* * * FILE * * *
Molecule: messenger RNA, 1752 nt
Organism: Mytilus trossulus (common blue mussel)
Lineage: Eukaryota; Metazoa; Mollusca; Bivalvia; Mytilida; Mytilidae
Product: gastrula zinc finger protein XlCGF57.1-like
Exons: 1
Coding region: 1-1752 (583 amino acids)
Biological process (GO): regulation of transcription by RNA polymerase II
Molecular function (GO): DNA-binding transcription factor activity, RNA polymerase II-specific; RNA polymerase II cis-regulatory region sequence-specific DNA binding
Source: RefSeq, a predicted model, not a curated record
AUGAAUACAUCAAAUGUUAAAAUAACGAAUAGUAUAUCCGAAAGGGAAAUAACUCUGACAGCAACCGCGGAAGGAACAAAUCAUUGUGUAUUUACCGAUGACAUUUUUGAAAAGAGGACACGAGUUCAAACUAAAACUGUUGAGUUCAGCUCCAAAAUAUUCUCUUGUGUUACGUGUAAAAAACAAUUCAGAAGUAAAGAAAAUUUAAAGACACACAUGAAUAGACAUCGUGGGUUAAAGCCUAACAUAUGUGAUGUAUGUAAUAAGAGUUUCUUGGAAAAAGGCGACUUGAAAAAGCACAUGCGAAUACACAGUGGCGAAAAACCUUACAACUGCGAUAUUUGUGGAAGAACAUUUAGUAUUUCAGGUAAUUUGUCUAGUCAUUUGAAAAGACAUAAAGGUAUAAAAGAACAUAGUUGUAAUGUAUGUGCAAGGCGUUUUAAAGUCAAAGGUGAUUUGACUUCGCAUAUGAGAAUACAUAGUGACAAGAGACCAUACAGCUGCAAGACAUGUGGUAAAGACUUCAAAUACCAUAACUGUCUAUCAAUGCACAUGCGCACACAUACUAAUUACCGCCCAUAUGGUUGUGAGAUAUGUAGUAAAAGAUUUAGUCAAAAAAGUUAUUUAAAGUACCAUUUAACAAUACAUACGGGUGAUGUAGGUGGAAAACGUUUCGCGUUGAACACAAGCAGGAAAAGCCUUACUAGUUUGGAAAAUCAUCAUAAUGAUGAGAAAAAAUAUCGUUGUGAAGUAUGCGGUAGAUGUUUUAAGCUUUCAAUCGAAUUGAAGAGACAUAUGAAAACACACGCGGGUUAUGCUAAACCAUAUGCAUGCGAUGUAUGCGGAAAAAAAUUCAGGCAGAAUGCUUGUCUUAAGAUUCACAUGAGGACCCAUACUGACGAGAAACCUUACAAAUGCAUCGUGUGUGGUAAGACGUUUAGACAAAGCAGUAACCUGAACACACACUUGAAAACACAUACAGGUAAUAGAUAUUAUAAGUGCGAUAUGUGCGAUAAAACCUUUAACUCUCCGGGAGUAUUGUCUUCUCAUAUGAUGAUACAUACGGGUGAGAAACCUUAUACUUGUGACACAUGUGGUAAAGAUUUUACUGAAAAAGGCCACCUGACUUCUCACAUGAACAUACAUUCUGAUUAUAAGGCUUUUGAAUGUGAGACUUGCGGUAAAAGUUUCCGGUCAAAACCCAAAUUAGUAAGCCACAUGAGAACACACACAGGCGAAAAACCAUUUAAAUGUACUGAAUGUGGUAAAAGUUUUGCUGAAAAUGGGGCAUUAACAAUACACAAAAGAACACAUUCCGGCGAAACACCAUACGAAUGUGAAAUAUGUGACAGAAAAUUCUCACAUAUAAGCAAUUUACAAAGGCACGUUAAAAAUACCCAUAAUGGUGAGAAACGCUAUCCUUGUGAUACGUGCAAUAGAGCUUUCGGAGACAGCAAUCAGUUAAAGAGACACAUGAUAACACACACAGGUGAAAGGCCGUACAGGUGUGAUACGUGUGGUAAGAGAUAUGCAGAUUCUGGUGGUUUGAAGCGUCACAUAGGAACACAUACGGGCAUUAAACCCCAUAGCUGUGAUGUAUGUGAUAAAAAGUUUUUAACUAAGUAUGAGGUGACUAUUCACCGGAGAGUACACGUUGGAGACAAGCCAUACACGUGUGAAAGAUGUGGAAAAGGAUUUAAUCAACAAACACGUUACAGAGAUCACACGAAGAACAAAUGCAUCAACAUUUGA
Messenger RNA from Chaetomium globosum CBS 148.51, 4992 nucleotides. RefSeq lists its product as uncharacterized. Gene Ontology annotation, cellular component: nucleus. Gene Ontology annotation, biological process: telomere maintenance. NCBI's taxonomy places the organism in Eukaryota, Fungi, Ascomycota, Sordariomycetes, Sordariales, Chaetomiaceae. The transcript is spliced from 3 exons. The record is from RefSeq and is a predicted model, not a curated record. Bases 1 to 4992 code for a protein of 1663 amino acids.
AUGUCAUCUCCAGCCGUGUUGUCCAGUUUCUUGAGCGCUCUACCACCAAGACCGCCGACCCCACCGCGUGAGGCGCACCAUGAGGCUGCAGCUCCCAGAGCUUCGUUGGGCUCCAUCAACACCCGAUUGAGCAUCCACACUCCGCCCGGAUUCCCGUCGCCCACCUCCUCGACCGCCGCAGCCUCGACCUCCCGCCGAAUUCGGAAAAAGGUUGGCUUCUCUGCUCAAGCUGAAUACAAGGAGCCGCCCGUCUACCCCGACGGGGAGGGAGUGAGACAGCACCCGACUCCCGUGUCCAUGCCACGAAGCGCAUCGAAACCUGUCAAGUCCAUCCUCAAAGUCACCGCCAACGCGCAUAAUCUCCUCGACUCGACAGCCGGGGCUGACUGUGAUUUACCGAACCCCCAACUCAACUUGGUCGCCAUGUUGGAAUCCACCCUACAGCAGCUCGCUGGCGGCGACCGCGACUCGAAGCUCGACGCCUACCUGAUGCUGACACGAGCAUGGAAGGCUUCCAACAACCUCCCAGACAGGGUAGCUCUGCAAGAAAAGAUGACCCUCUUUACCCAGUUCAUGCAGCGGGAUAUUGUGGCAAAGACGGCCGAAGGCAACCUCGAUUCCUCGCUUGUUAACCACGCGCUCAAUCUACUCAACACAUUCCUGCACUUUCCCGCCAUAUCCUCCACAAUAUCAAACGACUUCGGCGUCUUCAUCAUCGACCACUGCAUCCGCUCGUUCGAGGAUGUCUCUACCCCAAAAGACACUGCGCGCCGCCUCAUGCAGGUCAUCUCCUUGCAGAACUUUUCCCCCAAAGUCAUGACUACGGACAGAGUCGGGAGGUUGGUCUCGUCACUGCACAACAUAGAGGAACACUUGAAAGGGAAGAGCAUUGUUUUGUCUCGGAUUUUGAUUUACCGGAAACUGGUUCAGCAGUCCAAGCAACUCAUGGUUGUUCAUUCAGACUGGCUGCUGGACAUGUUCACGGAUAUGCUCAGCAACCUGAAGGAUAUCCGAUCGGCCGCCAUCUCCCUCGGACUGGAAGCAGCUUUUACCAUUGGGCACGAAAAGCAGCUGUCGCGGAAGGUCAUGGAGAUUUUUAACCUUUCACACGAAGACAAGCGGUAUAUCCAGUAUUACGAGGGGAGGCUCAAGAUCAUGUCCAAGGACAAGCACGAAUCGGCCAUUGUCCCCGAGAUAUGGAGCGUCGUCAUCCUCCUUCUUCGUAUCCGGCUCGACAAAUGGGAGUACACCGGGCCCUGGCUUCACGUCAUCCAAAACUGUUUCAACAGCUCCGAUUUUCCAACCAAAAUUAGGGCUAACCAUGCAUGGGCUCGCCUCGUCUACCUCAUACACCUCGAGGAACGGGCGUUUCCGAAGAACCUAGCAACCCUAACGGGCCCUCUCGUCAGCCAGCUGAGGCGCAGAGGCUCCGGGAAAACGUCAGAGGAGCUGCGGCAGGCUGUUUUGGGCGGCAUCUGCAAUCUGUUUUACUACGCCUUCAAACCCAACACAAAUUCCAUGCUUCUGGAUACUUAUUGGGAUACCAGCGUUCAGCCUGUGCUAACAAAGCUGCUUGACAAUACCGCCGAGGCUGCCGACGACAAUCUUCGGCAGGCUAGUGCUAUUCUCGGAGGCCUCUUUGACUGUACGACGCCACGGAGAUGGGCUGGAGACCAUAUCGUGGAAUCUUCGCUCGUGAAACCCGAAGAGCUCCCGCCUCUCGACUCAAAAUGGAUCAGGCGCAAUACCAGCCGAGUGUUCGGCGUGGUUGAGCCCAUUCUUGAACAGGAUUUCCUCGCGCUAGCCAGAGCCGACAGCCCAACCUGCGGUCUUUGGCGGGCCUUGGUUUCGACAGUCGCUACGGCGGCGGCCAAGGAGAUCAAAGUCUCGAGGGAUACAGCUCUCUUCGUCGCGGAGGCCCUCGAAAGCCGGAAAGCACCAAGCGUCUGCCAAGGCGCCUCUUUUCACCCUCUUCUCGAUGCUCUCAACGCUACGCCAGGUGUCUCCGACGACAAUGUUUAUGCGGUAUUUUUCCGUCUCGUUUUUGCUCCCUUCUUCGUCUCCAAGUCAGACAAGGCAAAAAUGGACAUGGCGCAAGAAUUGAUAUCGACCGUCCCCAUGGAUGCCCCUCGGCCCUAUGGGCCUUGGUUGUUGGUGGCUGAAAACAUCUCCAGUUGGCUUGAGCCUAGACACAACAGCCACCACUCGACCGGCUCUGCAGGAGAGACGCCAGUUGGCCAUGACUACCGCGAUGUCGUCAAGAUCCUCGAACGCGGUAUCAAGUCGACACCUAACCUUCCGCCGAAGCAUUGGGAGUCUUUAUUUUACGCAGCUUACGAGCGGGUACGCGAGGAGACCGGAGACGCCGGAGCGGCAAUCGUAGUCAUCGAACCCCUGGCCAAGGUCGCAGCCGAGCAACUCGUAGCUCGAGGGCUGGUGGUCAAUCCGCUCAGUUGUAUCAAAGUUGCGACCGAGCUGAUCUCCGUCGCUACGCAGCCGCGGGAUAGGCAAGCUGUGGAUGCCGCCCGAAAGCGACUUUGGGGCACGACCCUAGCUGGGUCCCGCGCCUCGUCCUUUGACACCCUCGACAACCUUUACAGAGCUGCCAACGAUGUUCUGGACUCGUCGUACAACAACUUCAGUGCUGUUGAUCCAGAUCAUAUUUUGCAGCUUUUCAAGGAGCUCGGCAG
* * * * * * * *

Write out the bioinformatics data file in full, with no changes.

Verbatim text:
Molecule: messenger RNA, 1752 nt
Organism: Mytilus trossulus (common blue mussel)
Lineage: Eukaryota; Metazoa; Mollusca; Bivalvia; Mytilida; Mytilidae
Product: gastrula zinc finger protein XlCGF57.1-like
Exons: 1
Coding region: 1-1752 (583 amino acids)
Biological process (GO): regulation of transcription by RNA polymerase II
Molecular function (GO): DNA-binding transcription factor activity, RNA polymerase II-specific; RNA polymerase II cis-regulatory region sequence-specific DNA binding
Source: RefSeq, a predicted model, not a curated record
AUGAAUACAUCAAAUGUUAAAAUAACGAAUAGUAUAUCCGAAAGGGAAAUAACUCUGACAGCAACCGCGGAAGGAACAAAUCAUUGUGUAUUUACCGAUGACAUUUUUGAAAAGAGGACACGAGUUCAAACUAAAACUGUUGAGUUCAGCUCCAAAAUAUUCUCUUGUGUUACGUGUAAAAAACAAUUCAGAAGUAAAGAAAAUUUAAAGACACACAUGAAUAGACAUCGUGGGUUAAAGCCUAACAUAUGUGAUGUAUGUAAUAAGAGUUUCUUGGAAAAAGGCGACUUGAAAAAGCACAUGCGAAUACACAGUGGCGAAAAACCUUACAACUGCGAUAUUUGUGGAAGAACAUUUAGUAUUUCAGGUAAUUUGUCUAGUCAUUUGAAAAGACAUAAAGGUAUAAAAGAACAUAGUUGUAAUGUAUGUGCAAGGCGUUUUAAAGUCAAAGGUGAUUUGACUUCGCAUAUGAGAAUACAUAGUGACAAGAGACCAUACAGCUGCAAGACAUGUGGUAAAGACUUCAAAUACCAUAACUGUCUAUCAAUGCACAUGCGCACACAUACUAAUUACCGCCCAUAUGGUUGUGAGAUAUGUAGUAAAAGAUUUAGUCAAAAAAGUUAUUUAAAGUACCAUUUAACAAUACAUACGGGUGAUGUAGGUGGAAAACGUUUCGCGUUGAACACAAGCAGGAAAAGCCUUACUAGUUUGGAAAAUCAUCAUAAUGAUGAGAAAAAAUAUCGUUGUGAAGUAUGCGGUAGAUGUUUUAAGCUUUCAAUCGAAUUGAAGAGACAUAUGAAAACACACGCGGGUUAUGCUAAACCAUAUGCAUGCGAUGUAUGCGGAAAAAAAUUCAGGCAGAAUGCUUGUCUUAAGAUUCACAUGAGGACCCAUACUGACGAGAAACCUUACAAAUGCAUCGUGUGUGGUAAGACGUUUAGACAAAGCAGUAACCUGAACACACACUUGAAAACACAUACAGGUAAUAGAUAUUAUAAGUGCGAUAUGUGCGAUAAAACCUUUAACUCUCCGGGAGUAUUGUCUUCUCAUAUGAUGAUACAUACGGGUGAGAAACCUUAUACUUGUGACACAUGUGGUAAAGAUUUUACUGAAAAAGGCCACCUGACUUCUCACAUGAACAUACAUUCUGAUUAUAAGGCUUUUGAAUGUGAGACUUGCGGUAAAAGUUUCCGGUCAAAACCCAAAUUAGUAAGCCACAUGAGAACACACACAGGCGAAAAACCAUUUAAAUGUACUGAAUGUGGUAAAAGUUUUGCUGAAAAUGGGGCAUUAACAAUACACAAAAGAACACAUUCCGGCGAAACACCAUACGAAUGUGAAAUAUGUGACAGAAAAUUCUCACAUAUAAGCAAUUUACAAAGGCACGUUAAAAAUACCCAUAAUGGUGAGAAACGCUAUCCUUGUGAUACGUGCAAUAGAGCUUUCGGAGACAGCAAUCAGUUAAAGAGACACAUGAUAACACACACAGGUGAAAGGCCGUACAGGUGUGAUACGUGUGGUAAGAGAUAUGCAGAUUCUGGUGGUUUGAAGCGUCACAUAGGAACACAUACGGGCAUUAAACCCCAUAGCUGUGAUGUAUGUGAUAAAAAGUUUUUAACUAAGUAUGAGGUGACUAUUCACCGGAGAGUACACGUUGGAGACAAGCCAUACACGUGUGAAAGAUGUGGAAAAGGAUUUAAUCAACAAACACGUUACAGAGAUCACACGAAGAACAAAUGCAUCAACAUUUGA
Messenger RNA from Chaetomium globosum CBS 148.51, 4992 nucleotides. RefSeq lists its product as uncharacterized. Gene Ontology annotation, cellular component: nucleus. Gene Ontology annotation, biological process: telomere maintenance. NCBI's taxonomy places the organism in Eukaryota, Fungi, Ascomycota, Sordariomycetes, Sordariales, Chaetomiaceae. The transcript is spliced from 3 exons. The record is from RefSeq and is a predicted model, not a curated record. Bases 1 to 4992 code for a protein of 1663 amino acids.
AUGUCAUCUCCAGCCGUGUUGUCCAGUUUCUUGAGCGCUCUACCACCAAGACCGCCGACCCCACCGCGUGAGGCGCACCAUGAGGCUGCAGCUCCCAGAGCUUCGUUGGGCUCCAUCAACACCCGAUUGAGCAUCCACACUCCGCCCGGAUUCCCGUCGCCCACCUCCUCGACCGCCGCAGCCUCGACCUCCCGCCGAAUUCGGAAAAAGGUUGGCUUCUCUGCUCAAGCUGAAUACAAGGAGCCGCCCGUCUACCCCGACGGGGAGGGAGUGAGACAGCACCCGACUCCCGUGUCCAUGCCACGAAGCGCAUCGAAACCUGUCAAGUCCAUCCUCAAAGUCACCGCCAACGCGCAUAAUCUCCUCGACUCGACAGCCGGGGCUGACUGUGAUUUACCGAACCCCCAACUCAACUUGGUCGCCAUGUUGGAAUCCACCCUACAGCAGCUCGCUGGCGGCGACCGCGACUCGAAGCUCGACGCCUACCUGAUGCUGACACGAGCAUGGAAGGCUUCCAACAACCUCCCAGACAGGGUAGCUCUGCAAGAAAAGAUGACCCUCUUUACCCAGUUCAUGCAGCGGGAUAUUGUGGCAAAGACGGCCGAAGGCAACCUCGAUUCCUCGCUUGUUAACCACGCGCUCAAUCUACUCAACACAUUCCUGCACUUUCCCGCCAUAUCCUCCACAAUAUCAAACGACUUCGGCGUCUUCAUCAUCGACCACUGCAUCCGCUCGUUCGAGGAUGUCUCUACCCCAAAAGACACUGCGCGCCGCCUCAUGCAGGUCAUCUCCUUGCAGAACUUUUCCCCCAAAGUCAUGACUACGGACAGAGUCGGGAGGUUGGUCUCGUCACUGCACAACAUAGAGGAACACUUGAAAGGGAAGAGCAUUGUUUUGUCUCGGAUUUUGAUUUACCGGAAACUGGUUCAGCAGUCCAAGCAACUCAUGGUUGUUCAUUCAGACUGGCUGCUGGACAUGUUCACGGAUAUGCUCAGCAACCUGAAGGAUAUCCGAUCGGCCGCCAUCUCCCUCGGACUGGAAGCAGCUUUUACCAUUGGGCACGAAAAGCAGCUGUCGCGGAAGGUCAUGGAGAUUUUUAACCUUUCACACGAAGACAAGCGGUAUAUCCAGUAUUACGAGGGGAGGCUCAAGAUCAUGUCCAAGGACAAGCACGAAUCGGCCAUUGUCCCCGAGAUAUGGAGCGUCGUCAUCCUCCUUCUUCGUAUCCGGCUCGACAAAUGGGAGUACACCGGGCCCUGGCUUCACGUCAUCCAAAACUGUUUCAACAGCUCCGAUUUUCCAACCAAAAUUAGGGCUAACCAUGCAUGGGCUCGCCUCGUCUACCUCAUACACCUCGAGGAACGGGCGUUUCCGAAGAACCUAGCAACCCUAACGGGCCCUCUCGUCAGCCAGCUGAGGCGCAGAGGCUCCGGGAAAACGUCAGAGGAGCUGCGGCAGGCUGUUUUGGGCGGCAUCUGCAAUCUGUUUUACUACGCCUUCAAACCCAACACAAAUUCCAUGCUUCUGGAUACUUAUUGGGAUACCAGCGUUCAGCCUGUGCUAACAAAGCUGCUUGACAAUACCGCCGAGGCUGCCGACGACAAUCUUCGGCAGGCUAGUGCUAUUCUCGGAGGCCUCUUUGACUGUACGACGCCACGGAGAUGGGCUGGAGACCAUAUCGUGGAAUCUUCGCUCGUGAAACCCGAAGAGCUCCCGCCUCUCGACUCAAAAUGGAUCAGGCGCAAUACCAGCCGAGUGUUCGGCGUGGUUGAGCCCAUUCUUGAACAGGAUUUCCUCGCGCUAGCCAGAGCCGACAGCCCAACCUGCGGUCUUUGGCGGGCCUUGGUUUCGACAGUCGCUACGGCGGCGGCCAAGGAGAUCAAAGUCUCGAGGGAUACAGCUCUCUUCGUCGCGGAGGCCCUCGAAAGCCGGAAAGCACCAAGCGUCUGCCAAGGCGCCUCUUUUCACCCUCUUCUCGAUGCUCUCAACGCUACGCCAGGUGUCUCCGACGACAAUGUUUAUGCGGUAUUUUUCCGUCUCGUUUUUGCUCCCUUCUUCGUCUCCAAGUCAGACAAGGCAAAAAUGGACAUGGCGCAAGAAUUGAUAUCGACCGUCCCCAUGGAUGCCCCUCGGCCCUAUGGGCCUUGGUUGUUGGUGGCUGAAAACAUCUCCAGUUGGCUUGAGCCUAGACACAACAGCCACCACUCGACCGGCUCUGCAGGAGAGACGCCAGUUGGCCAUGACUACCGCGAUGUCGUCAAGAUCCUCGAACGCGGUAUCAAGUCGACACCUAACCUUCCGCCGAAGCAUUGGGAGUCUUUAUUUUACGCAGCUUACGAGCGGGUACGCGAGGAGACCGGAGACGCCGGAGCGGCAAUCGUAGUCAUCGAACCCCUGGCCAAGGUCGCAGCCGAGCAACUCGUAGCUCGAGGGCUGGUGGUCAAUCCGCUCAGUUGUAUCAAAGUUGCGACCGAGCUGAUCUCCGUCGCUACGCAGCCGCGGGAUAGGCAAGCUGUGGAUGCCGCCCGAAAGCGACUUUGGGGCACGACCCUAGCUGGGUCCCGCGCCUCGUCCUUUGACACCCUCGACAACCUUUACAGAGCUGCCAACGAUGUUCUGGACUCGUCGUACAACAACUUCAGUGCUGUUGAUCCAGAUCAUAUUUUGCAGCUUUUCAAGGAGCUCGGCAG